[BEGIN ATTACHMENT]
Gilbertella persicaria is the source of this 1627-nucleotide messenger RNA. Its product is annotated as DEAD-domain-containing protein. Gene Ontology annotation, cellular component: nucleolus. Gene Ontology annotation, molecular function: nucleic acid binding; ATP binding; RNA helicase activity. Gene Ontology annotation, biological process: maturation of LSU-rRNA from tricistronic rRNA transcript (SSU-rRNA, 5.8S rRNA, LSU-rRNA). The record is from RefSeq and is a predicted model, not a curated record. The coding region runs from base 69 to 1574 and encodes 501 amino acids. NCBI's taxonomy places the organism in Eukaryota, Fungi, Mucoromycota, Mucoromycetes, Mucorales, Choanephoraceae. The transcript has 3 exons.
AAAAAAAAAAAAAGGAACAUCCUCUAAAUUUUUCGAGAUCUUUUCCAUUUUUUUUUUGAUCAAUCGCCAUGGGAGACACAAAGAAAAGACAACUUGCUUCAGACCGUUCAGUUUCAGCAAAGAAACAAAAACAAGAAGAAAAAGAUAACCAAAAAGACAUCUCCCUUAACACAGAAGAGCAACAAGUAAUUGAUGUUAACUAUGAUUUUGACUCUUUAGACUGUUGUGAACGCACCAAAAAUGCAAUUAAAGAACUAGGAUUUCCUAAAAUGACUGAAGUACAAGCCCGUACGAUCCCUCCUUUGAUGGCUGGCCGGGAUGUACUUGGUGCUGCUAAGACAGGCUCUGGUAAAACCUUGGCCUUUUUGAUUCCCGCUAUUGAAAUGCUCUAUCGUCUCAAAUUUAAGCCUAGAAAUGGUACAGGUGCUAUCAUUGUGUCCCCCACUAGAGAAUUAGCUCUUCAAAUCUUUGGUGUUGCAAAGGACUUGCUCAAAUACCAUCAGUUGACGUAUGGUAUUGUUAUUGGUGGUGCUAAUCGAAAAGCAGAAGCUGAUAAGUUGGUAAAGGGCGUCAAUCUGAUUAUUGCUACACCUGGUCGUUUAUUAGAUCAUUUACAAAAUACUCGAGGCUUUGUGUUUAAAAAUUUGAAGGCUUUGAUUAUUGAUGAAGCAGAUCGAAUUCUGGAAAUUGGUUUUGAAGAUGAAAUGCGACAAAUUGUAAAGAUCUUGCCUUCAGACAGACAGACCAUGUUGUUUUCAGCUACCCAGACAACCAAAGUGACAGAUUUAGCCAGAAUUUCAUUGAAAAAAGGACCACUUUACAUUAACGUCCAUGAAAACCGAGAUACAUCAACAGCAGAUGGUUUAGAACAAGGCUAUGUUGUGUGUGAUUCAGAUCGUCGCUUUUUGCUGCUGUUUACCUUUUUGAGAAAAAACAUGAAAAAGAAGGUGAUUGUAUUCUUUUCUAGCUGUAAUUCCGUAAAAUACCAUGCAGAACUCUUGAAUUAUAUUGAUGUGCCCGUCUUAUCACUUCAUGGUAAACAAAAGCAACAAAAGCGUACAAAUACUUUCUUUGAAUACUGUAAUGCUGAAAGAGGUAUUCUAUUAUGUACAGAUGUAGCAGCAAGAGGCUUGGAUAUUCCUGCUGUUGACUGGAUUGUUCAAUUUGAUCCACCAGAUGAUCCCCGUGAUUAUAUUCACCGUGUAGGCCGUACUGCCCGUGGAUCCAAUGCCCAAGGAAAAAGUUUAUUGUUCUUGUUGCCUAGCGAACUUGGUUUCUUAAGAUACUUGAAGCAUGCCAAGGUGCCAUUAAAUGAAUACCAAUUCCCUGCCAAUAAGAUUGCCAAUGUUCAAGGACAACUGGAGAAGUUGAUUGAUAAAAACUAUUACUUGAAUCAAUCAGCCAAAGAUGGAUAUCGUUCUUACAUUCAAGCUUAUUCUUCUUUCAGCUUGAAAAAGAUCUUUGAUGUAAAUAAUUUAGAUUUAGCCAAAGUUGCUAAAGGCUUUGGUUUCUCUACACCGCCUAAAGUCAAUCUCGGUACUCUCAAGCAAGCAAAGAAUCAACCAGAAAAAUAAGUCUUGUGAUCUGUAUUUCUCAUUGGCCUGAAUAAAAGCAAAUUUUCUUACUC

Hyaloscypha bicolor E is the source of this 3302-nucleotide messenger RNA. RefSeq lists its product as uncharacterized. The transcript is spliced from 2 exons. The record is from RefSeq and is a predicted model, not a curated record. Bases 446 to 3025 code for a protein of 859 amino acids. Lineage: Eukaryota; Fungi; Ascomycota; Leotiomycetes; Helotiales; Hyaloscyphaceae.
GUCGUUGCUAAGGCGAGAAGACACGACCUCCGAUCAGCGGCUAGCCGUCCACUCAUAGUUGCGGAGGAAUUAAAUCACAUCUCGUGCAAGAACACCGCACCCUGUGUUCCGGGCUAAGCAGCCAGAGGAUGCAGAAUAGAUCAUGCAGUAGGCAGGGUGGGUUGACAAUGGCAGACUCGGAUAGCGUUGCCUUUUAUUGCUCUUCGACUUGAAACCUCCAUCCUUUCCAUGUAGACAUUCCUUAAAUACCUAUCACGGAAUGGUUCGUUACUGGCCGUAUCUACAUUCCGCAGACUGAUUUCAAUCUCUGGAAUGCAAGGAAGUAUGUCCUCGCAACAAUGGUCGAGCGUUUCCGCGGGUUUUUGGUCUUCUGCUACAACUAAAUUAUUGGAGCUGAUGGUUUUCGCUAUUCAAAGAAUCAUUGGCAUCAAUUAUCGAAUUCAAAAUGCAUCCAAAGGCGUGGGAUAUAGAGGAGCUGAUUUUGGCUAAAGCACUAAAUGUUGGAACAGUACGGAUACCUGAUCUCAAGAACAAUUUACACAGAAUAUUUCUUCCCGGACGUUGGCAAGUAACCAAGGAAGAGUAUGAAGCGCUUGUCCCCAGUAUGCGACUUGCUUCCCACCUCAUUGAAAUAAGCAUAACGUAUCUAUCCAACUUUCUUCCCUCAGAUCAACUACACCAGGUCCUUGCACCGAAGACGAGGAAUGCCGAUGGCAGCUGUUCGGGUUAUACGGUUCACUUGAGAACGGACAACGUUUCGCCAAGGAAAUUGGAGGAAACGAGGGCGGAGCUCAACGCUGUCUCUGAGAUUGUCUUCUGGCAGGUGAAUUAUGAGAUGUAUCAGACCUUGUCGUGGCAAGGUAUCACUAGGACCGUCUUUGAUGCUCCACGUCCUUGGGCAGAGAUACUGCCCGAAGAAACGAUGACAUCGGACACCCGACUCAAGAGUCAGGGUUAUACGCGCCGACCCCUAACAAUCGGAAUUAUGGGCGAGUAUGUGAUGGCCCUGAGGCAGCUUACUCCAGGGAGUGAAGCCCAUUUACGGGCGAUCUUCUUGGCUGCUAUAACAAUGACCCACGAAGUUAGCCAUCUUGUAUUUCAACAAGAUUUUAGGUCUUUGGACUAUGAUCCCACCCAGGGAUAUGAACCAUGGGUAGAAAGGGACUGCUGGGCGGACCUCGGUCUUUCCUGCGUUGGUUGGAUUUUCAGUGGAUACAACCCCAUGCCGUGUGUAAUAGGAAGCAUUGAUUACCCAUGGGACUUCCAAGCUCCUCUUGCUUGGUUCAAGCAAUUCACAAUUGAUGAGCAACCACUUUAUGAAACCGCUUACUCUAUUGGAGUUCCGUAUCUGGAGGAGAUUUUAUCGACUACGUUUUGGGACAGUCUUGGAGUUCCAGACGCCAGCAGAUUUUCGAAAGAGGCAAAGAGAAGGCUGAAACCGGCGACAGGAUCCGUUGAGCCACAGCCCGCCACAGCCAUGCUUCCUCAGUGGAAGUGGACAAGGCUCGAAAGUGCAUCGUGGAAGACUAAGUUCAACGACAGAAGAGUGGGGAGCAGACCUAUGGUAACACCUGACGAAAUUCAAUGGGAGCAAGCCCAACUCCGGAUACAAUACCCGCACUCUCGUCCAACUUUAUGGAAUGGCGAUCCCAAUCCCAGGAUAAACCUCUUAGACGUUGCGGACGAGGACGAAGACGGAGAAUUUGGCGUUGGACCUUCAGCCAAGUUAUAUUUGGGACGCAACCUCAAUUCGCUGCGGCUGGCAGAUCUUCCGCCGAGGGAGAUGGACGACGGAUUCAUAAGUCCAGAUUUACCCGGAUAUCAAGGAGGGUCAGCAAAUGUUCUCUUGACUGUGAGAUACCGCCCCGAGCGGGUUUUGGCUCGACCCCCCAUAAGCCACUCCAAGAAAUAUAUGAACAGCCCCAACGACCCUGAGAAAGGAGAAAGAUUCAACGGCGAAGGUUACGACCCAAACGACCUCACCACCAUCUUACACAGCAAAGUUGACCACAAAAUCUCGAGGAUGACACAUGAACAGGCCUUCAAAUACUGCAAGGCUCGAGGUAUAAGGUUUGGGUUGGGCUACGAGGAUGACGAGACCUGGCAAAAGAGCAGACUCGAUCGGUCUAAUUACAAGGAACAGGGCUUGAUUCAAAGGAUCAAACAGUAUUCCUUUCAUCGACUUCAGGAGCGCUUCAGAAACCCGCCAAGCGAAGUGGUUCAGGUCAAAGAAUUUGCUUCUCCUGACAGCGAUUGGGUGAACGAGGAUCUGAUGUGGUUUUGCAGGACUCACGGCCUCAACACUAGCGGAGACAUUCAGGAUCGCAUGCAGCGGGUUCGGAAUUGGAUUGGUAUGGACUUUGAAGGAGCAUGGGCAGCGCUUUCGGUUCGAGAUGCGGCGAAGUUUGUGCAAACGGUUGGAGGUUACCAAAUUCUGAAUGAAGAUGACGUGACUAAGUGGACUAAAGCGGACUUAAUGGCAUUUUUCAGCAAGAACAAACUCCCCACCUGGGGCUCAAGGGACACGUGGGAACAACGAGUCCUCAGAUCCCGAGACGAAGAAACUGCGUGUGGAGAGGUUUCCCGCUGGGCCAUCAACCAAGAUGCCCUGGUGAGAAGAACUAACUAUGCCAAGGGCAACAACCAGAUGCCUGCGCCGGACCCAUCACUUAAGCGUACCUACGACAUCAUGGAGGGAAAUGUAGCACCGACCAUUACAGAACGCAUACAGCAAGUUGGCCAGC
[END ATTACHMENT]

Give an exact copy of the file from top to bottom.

Gilbertella persicaria is the source of this 1627-nucleotide messenger RNA. Its product is annotated as DEAD-domain-containing protein. Gene Ontology annotation, cellular component: nucleolus. Gene Ontology annotation, molecular function: nucleic acid binding; ATP binding; RNA helicase activity. Gene Ontology annotation, biological process: maturation of LSU-rRNA from tricistronic rRNA transcript (SSU-rRNA, 5.8S rRNA, LSU-rRNA). The record is from RefSeq and is a predicted model, not a curated record. The coding region runs from base 69 to 1574 and encodes 501 amino acids. NCBI's taxonomy places the organism in Eukaryota, Fungi, Mucoromycota, Mucoromycetes, Mucorales, Choanephoraceae. The transcript has 3 exons.
AAAAAAAAAAAAAGGAACAUCCUCUAAAUUUUUCGAGAUCUUUUCCAUUUUUUUUUUGAUCAAUCGCCAUGGGAGACACAAAGAAAAGACAACUUGCUUCAGACCGUUCAGUUUCAGCAAAGAAACAAAAACAAGAAGAAAAAGAUAACCAAAAAGACAUCUCCCUUAACACAGAAGAGCAACAAGUAAUUGAUGUUAACUAUGAUUUUGACUCUUUAGACUGUUGUGAACGCACCAAAAAUGCAAUUAAAGAACUAGGAUUUCCUAAAAUGACUGAAGUACAAGCCCGUACGAUCCCUCCUUUGAUGGCUGGCCGGGAUGUACUUGGUGCUGCUAAGACAGGCUCUGGUAAAACCUUGGCCUUUUUGAUUCCCGCUAUUGAAAUGCUCUAUCGUCUCAAAUUUAAGCCUAGAAAUGGUACAGGUGCUAUCAUUGUGUCCCCCACUAGAGAAUUAGCUCUUCAAAUCUUUGGUGUUGCAAAGGACUUGCUCAAAUACCAUCAGUUGACGUAUGGUAUUGUUAUUGGUGGUGCUAAUCGAAAAGCAGAAGCUGAUAAGUUGGUAAAGGGCGUCAAUCUGAUUAUUGCUACACCUGGUCGUUUAUUAGAUCAUUUACAAAAUACUCGAGGCUUUGUGUUUAAAAAUUUGAAGGCUUUGAUUAUUGAUGAAGCAGAUCGAAUUCUGGAAAUUGGUUUUGAAGAUGAAAUGCGACAAAUUGUAAAGAUCUUGCCUUCAGACAGACAGACCAUGUUGUUUUCAGCUACCCAGACAACCAAAGUGACAGAUUUAGCCAGAAUUUCAUUGAAAAAAGGACCACUUUACAUUAACGUCCAUGAAAACCGAGAUACAUCAACAGCAGAUGGUUUAGAACAAGGCUAUGUUGUGUGUGAUUCAGAUCGUCGCUUUUUGCUGCUGUUUACCUUUUUGAGAAAAAACAUGAAAAAGAAGGUGAUUGUAUUCUUUUCUAGCUGUAAUUCCGUAAAAUACCAUGCAGAACUCUUGAAUUAUAUUGAUGUGCCCGUCUUAUCACUUCAUGGUAAACAAAAGCAACAAAAGCGUACAAAUACUUUCUUUGAAUACUGUAAUGCUGAAAGAGGUAUUCUAUUAUGUACAGAUGUAGCAGCAAGAGGCUUGGAUAUUCCUGCUGUUGACUGGAUUGUUCAAUUUGAUCCACCAGAUGAUCCCCGUGAUUAUAUUCACCGUGUAGGCCGUACUGCCCGUGGAUCCAAUGCCCAAGGAAAAAGUUUAUUGUUCUUGUUGCCUAGCGAACUUGGUUUCUUAAGAUACUUGAAGCAUGCCAAGGUGCCAUUAAAUGAAUACCAAUUCCCUGCCAAUAAGAUUGCCAAUGUUCAAGGACAACUGGAGAAGUUGAUUGAUAAAAACUAUUACUUGAAUCAAUCAGCCAAAGAUGGAUAUCGUUCUUACAUUCAAGCUUAUUCUUCUUUCAGCUUGAAAAAGAUCUUUGAUGUAAAUAAUUUAGAUUUAGCCAAAGUUGCUAAAGGCUUUGGUUUCUCUACACCGCCUAAAGUCAAUCUCGGUACUCUCAAGCAAGCAAAGAAUCAACCAGAAAAAUAAGUCUUGUGAUCUGUAUUUCUCAUUGGCCUGAAUAAAAGCAAAUUUUCUUACUC

Hyaloscypha bicolor E is the source of this 3302-nucleotide messenger RNA. RefSeq lists its product as uncharacterized. The transcript is spliced from 2 exons. The record is from RefSeq and is a predicted model, not a curated record. Bases 446 to 3025 code for a protein of 859 amino acids. Lineage: Eukaryota; Fungi; Ascomycota; Leotiomycetes; Helotiales; Hyaloscyphaceae.
GUCGUUGCUAAGGCGAGAAGACACGACCUCCGAUCAGCGGCUAGCCGUCCACUCAUAGUUGCGGAGGAAUUAAAUCACAUCUCGUGCAAGAACACCGCACCCUGUGUUCCGGGCUAAGCAGCCAGAGGAUGCAGAAUAGAUCAUGCAGUAGGCAGGGUGGGUUGACAAUGGCAGACUCGGAUAGCGUUGCCUUUUAUUGCUCUUCGACUUGAAACCUCCAUCCUUUCCAUGUAGACAUUCCUUAAAUACCUAUCACGGAAUGGUUCGUUACUGGCCGUAUCUACAUUCCGCAGACUGAUUUCAAUCUCUGGAAUGCAAGGAAGUAUGUCCUCGCAACAAUGGUCGAGCGUUUCCGCGGGUUUUUGGUCUUCUGCUACAACUAAAUUAUUGGAGCUGAUGGUUUUCGCUAUUCAAAGAAUCAUUGGCAUCAAUUAUCGAAUUCAAAAUGCAUCCAAAGGCGUGGGAUAUAGAGGAGCUGAUUUUGGCUAAAGCACUAAAUGUUGGAACAGUACGGAUACCUGAUCUCAAGAACAAUUUACACAGAAUAUUUCUUCCCGGACGUUGGCAAGUAACCAAGGAAGAGUAUGAAGCGCUUGUCCCCAGUAUGCGACUUGCUUCCCACCUCAUUGAAAUAAGCAUAACGUAUCUAUCCAACUUUCUUCCCUCAGAUCAACUACACCAGGUCCUUGCACCGAAGACGAGGAAUGCCGAUGGCAGCUGUUCGGGUUAUACGGUUCACUUGAGAACGGACAACGUUUCGCCAAGGAAAUUGGAGGAAACGAGGGCGGAGCUCAACGCUGUCUCUGAGAUUGUCUUCUGGCAGGUGAAUUAUGAGAUGUAUCAGACCUUGUCGUGGCAAGGUAUCACUAGGACCGUCUUUGAUGCUCCACGUCCUUGGGCAGAGAUACUGCCCGAAGAAACGAUGACAUCGGACACCCGACUCAAGAGUCAGGGUUAUACGCGCCGACCCCUAACAAUCGGAAUUAUGGGCGAGUAUGUGAUGGCCCUGAGGCAGCUUACUCCAGGGAGUGAAGCCCAUUUACGGGCGAUCUUCUUGGCUGCUAUAACAAUGACCCACGAAGUUAGCCAUCUUGUAUUUCAACAAGAUUUUAGGUCUUUGGACUAUGAUCCCACCCAGGGAUAUGAACCAUGGGUAGAAAGGGACUGCUGGGCGGACCUCGGUCUUUCCUGCGUUGGUUGGAUUUUCAGUGGAUACAACCCCAUGCCGUGUGUAAUAGGAAGCAUUGAUUACCCAUGGGACUUCCAAGCUCCUCUUGCUUGGUUCAAGCAAUUCACAAUUGAUGAGCAACCACUUUAUGAAACCGCUUACUCUAUUGGAGUUCCGUAUCUGGAGGAGAUUUUAUCGACUACGUUUUGGGACAGUCUUGGAGUUCCAGACGCCAGCAGAUUUUCGAAAGAGGCAAAGAGAAGGCUGAAACCGGCGACAGGAUCCGUUGAGCCACAGCCCGCCACAGCCAUGCUUCCUCAGUGGAAGUGGACAAGGCUCGAAAGUGCAUCGUGGAAGACUAAGUUCAACGACAGAAGAGUGGGGAGCAGACCUAUGGUAACACCUGACGAAAUUCAAUGGGAGCAAGCCCAACUCCGGAUACAAUACCCGCACUCUCGUCCAACUUUAUGGAAUGGCGAUCCCAAUCCCAGGAUAAACCUCUUAGACGUUGCGGACGAGGACGAAGACGGAGAAUUUGGCGUUGGACCUUCAGCCAAGUUAUAUUUGGGACGCAACCUCAAUUCGCUGCGGCUGGCAGAUCUUCCGCCGAGGGAGAUGGACGACGGAUUCAUAAGUCCAGAUUUACCCGGAUAUCAAGGAGGGUCAGCAAAUGUUCUCUUGACUGUGAGAUACCGCCCCGAGCGGGUUUUGGCUCGACCCCCCAUAAGCCACUCCAAGAAAUAUAUGAACAGCCCCAACGACCCUGAGAAAGGAGAAAGAUUCAACGGCGAAGGUUACGACCCAAACGACCUCACCACCAUCUUACACAGCAAAGUUGACCACAAAAUCUCGAGGAUGACACAUGAACAGGCCUUCAAAUACUGCAAGGCUCGAGGUAUAAGGUUUGGGUUGGGCUACGAGGAUGACGAGACCUGGCAAAAGAGCAGACUCGAUCGGUCUAAUUACAAGGAACAGGGCUUGAUUCAAAGGAUCAAACAGUAUUCCUUUCAUCGACUUCAGGAGCGCUUCAGAAACCCGCCAAGCGAAGUGGUUCAGGUCAAAGAAUUUGCUUCUCCUGACAGCGAUUGGGUGAACGAGGAUCUGAUGUGGUUUUGCAGGACUCACGGCCUCAACACUAGCGGAGACAUUCAGGAUCGCAUGCAGCGGGUUCGGAAUUGGAUUGGUAUGGACUUUGAAGGAGCAUGGGCAGCGCUUUCGGUUCGAGAUGCGGCGAAGUUUGUGCAAACGGUUGGAGGUUACCAAAUUCUGAAUGAAGAUGACGUGACUAAGUGGACUAAAGCGGACUUAAUGGCAUUUUUCAGCAAGAACAAACUCCCCACCUGGGGCUCAAGGGACACGUGGGAACAACGAGUCCUCAGAUCCCGAGACGAAGAAACUGCGUGUGGAGAGGUUUCCCGCUGGGCCAUCAACCAAGAUGCCCUGGUGAGAAGAACUAACUAUGCCAAGGGCAACAACCAGAUGCCUGCGCCGGACCCAUCACUUAAGCGUACCUACGACAUCAUGGAGGGAAAUGUAGCACCGACCAUUACAGAACGCAUACAGCAAGUUGGCCAGC